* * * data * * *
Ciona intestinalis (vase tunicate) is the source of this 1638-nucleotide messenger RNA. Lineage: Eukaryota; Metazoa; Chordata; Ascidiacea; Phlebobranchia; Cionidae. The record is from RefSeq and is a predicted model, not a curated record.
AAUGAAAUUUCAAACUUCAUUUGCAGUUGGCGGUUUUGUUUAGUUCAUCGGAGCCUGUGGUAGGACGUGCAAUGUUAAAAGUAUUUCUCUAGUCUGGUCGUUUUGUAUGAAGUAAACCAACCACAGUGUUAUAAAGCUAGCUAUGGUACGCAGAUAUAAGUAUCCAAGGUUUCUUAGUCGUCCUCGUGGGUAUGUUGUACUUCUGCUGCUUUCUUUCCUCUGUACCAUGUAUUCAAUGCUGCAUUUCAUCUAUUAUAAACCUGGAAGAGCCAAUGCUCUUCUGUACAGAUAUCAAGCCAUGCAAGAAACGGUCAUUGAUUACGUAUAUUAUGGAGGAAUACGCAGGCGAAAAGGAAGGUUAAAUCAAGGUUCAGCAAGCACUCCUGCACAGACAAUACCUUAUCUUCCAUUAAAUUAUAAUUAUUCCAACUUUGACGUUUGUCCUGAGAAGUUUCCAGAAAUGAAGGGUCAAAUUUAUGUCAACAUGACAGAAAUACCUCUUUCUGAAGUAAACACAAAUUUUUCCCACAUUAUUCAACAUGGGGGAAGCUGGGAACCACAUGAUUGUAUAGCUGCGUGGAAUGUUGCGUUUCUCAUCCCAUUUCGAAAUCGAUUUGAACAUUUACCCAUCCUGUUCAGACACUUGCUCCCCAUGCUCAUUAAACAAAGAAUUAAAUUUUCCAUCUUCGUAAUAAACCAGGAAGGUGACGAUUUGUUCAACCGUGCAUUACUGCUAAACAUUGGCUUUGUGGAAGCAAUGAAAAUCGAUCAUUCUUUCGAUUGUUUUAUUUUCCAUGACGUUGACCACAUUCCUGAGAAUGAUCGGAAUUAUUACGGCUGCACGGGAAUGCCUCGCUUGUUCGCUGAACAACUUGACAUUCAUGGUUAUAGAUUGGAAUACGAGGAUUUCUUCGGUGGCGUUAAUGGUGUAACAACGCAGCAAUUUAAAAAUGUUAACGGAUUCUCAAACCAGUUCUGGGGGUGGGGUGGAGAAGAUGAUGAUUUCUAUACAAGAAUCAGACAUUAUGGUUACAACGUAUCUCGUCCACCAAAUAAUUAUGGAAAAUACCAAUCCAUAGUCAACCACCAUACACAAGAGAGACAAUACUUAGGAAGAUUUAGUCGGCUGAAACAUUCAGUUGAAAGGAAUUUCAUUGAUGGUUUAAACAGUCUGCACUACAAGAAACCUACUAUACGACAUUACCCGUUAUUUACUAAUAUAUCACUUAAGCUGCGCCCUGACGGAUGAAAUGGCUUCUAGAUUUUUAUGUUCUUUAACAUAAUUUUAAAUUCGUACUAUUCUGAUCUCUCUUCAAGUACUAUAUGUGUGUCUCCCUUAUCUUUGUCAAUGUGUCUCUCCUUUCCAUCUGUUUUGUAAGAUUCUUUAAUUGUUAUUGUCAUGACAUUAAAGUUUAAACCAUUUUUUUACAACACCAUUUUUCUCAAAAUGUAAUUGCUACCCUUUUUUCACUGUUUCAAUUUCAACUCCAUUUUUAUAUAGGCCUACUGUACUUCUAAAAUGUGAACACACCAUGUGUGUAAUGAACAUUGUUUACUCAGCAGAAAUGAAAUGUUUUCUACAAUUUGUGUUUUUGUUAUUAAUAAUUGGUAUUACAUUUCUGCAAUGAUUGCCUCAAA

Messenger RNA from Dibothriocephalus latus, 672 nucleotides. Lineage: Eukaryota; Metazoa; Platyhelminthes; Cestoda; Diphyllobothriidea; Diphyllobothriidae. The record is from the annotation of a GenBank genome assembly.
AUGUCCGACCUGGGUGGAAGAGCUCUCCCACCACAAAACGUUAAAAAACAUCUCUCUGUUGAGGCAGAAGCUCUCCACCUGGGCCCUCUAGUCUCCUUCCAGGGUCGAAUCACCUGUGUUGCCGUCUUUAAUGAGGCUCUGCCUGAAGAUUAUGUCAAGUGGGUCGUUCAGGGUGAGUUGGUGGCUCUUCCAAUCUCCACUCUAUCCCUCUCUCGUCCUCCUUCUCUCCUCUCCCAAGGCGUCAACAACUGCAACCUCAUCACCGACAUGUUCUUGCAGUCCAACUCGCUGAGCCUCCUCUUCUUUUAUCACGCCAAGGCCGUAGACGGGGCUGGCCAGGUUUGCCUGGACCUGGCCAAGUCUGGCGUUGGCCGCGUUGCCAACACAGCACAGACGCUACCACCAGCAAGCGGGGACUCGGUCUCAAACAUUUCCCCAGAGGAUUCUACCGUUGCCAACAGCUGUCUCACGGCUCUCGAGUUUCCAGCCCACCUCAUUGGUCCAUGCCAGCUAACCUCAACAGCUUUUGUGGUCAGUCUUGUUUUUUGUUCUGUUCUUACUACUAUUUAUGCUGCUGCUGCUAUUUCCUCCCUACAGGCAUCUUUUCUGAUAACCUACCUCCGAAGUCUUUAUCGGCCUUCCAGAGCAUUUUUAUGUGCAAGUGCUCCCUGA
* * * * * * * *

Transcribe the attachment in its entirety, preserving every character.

Ciona intestinalis (vase tunicate) is the source of this 1638-nucleotide messenger RNA. Lineage: Eukaryota; Metazoa; Chordata; Ascidiacea; Phlebobranchia; Cionidae. The record is from RefSeq and is a predicted model, not a curated record.
AAUGAAAUUUCAAACUUCAUUUGCAGUUGGCGGUUUUGUUUAGUUCAUCGGAGCCUGUGGUAGGACGUGCAAUGUUAAAAGUAUUUCUCUAGUCUGGUCGUUUUGUAUGAAGUAAACCAACCACAGUGUUAUAAAGCUAGCUAUGGUACGCAGAUAUAAGUAUCCAAGGUUUCUUAGUCGUCCUCGUGGGUAUGUUGUACUUCUGCUGCUUUCUUUCCUCUGUACCAUGUAUUCAAUGCUGCAUUUCAUCUAUUAUAAACCUGGAAGAGCCAAUGCUCUUCUGUACAGAUAUCAAGCCAUGCAAGAAACGGUCAUUGAUUACGUAUAUUAUGGAGGAAUACGCAGGCGAAAAGGAAGGUUAAAUCAAGGUUCAGCAAGCACUCCUGCACAGACAAUACCUUAUCUUCCAUUAAAUUAUAAUUAUUCCAACUUUGACGUUUGUCCUGAGAAGUUUCCAGAAAUGAAGGGUCAAAUUUAUGUCAACAUGACAGAAAUACCUCUUUCUGAAGUAAACACAAAUUUUUCCCACAUUAUUCAACAUGGGGGAAGCUGGGAACCACAUGAUUGUAUAGCUGCGUGGAAUGUUGCGUUUCUCAUCCCAUUUCGAAAUCGAUUUGAACAUUUACCCAUCCUGUUCAGACACUUGCUCCCCAUGCUCAUUAAACAAAGAAUUAAAUUUUCCAUCUUCGUAAUAAACCAGGAAGGUGACGAUUUGUUCAACCGUGCAUUACUGCUAAACAUUGGCUUUGUGGAAGCAAUGAAAAUCGAUCAUUCUUUCGAUUGUUUUAUUUUCCAUGACGUUGACCACAUUCCUGAGAAUGAUCGGAAUUAUUACGGCUGCACGGGAAUGCCUCGCUUGUUCGCUGAACAACUUGACAUUCAUGGUUAUAGAUUGGAAUACGAGGAUUUCUUCGGUGGCGUUAAUGGUGUAACAACGCAGCAAUUUAAAAAUGUUAACGGAUUCUCAAACCAGUUCUGGGGGUGGGGUGGAGAAGAUGAUGAUUUCUAUACAAGAAUCAGACAUUAUGGUUACAACGUAUCUCGUCCACCAAAUAAUUAUGGAAAAUACCAAUCCAUAGUCAACCACCAUACACAAGAGAGACAAUACUUAGGAAGAUUUAGUCGGCUGAAACAUUCAGUUGAAAGGAAUUUCAUUGAUGGUUUAAACAGUCUGCACUACAAGAAACCUACUAUACGACAUUACCCGUUAUUUACUAAUAUAUCACUUAAGCUGCGCCCUGACGGAUGAAAUGGCUUCUAGAUUUUUAUGUUCUUUAACAUAAUUUUAAAUUCGUACUAUUCUGAUCUCUCUUCAAGUACUAUAUGUGUGUCUCCCUUAUCUUUGUCAAUGUGUCUCUCCUUUCCAUCUGUUUUGUAAGAUUCUUUAAUUGUUAUUGUCAUGACAUUAAAGUUUAAACCAUUUUUUUACAACACCAUUUUUCUCAAAAUGUAAUUGCUACCCUUUUUUCACUGUUUCAAUUUCAACUCCAUUUUUAUAUAGGCCUACUGUACUUCUAAAAUGUGAACACACCAUGUGUGUAAUGAACAUUGUUUACUCAGCAGAAAUGAAAUGUUUUCUACAAUUUGUGUUUUUGUUAUUAAUAAUUGGUAUUACAUUUCUGCAAUGAUUGCCUCAAA

Messenger RNA from Dibothriocephalus latus, 672 nucleotides. Lineage: Eukaryota; Metazoa; Platyhelminthes; Cestoda; Diphyllobothriidea; Diphyllobothriidae. The record is from the annotation of a GenBank genome assembly.
AUGUCCGACCUGGGUGGAAGAGCUCUCCCACCACAAAACGUUAAAAAACAUCUCUCUGUUGAGGCAGAAGCUCUCCACCUGGGCCCUCUAGUCUCCUUCCAGGGUCGAAUCACCUGUGUUGCCGUCUUUAAUGAGGCUCUGCCUGAAGAUUAUGUCAAGUGGGUCGUUCAGGGUGAGUUGGUGGCUCUUCCAAUCUCCACUCUAUCCCUCUCUCGUCCUCCUUCUCUCCUCUCCCAAGGCGUCAACAACUGCAACCUCAUCACCGACAUGUUCUUGCAGUCCAACUCGCUGAGCCUCCUCUUCUUUUAUCACGCCAAGGCCGUAGACGGGGCUGGCCAGGUUUGCCUGGACCUGGCCAAGUCUGGCGUUGGCCGCGUUGCCAACACAGCACAGACGCUACCACCAGCAAGCGGGGACUCGGUCUCAAACAUUUCCCCAGAGGAUUCUACCGUUGCCAACAGCUGUCUCACGGCUCUCGAGUUUCCAGCCCACCUCAUUGGUCCAUGCCAGCUAACCUCAACAGCUUUUGUGGUCAGUCUUGUUUUUUGUUCUGUUCUUACUACUAUUUAUGCUGCUGCUGCUAUUUCCUCCCUACAGGCAUCUUUUCUGAUAACCUACCUCCGAAGUCUUUAUCGGCCUUCCAGAGCAUUUUUAUGUGCAAGUGCUCCCUGA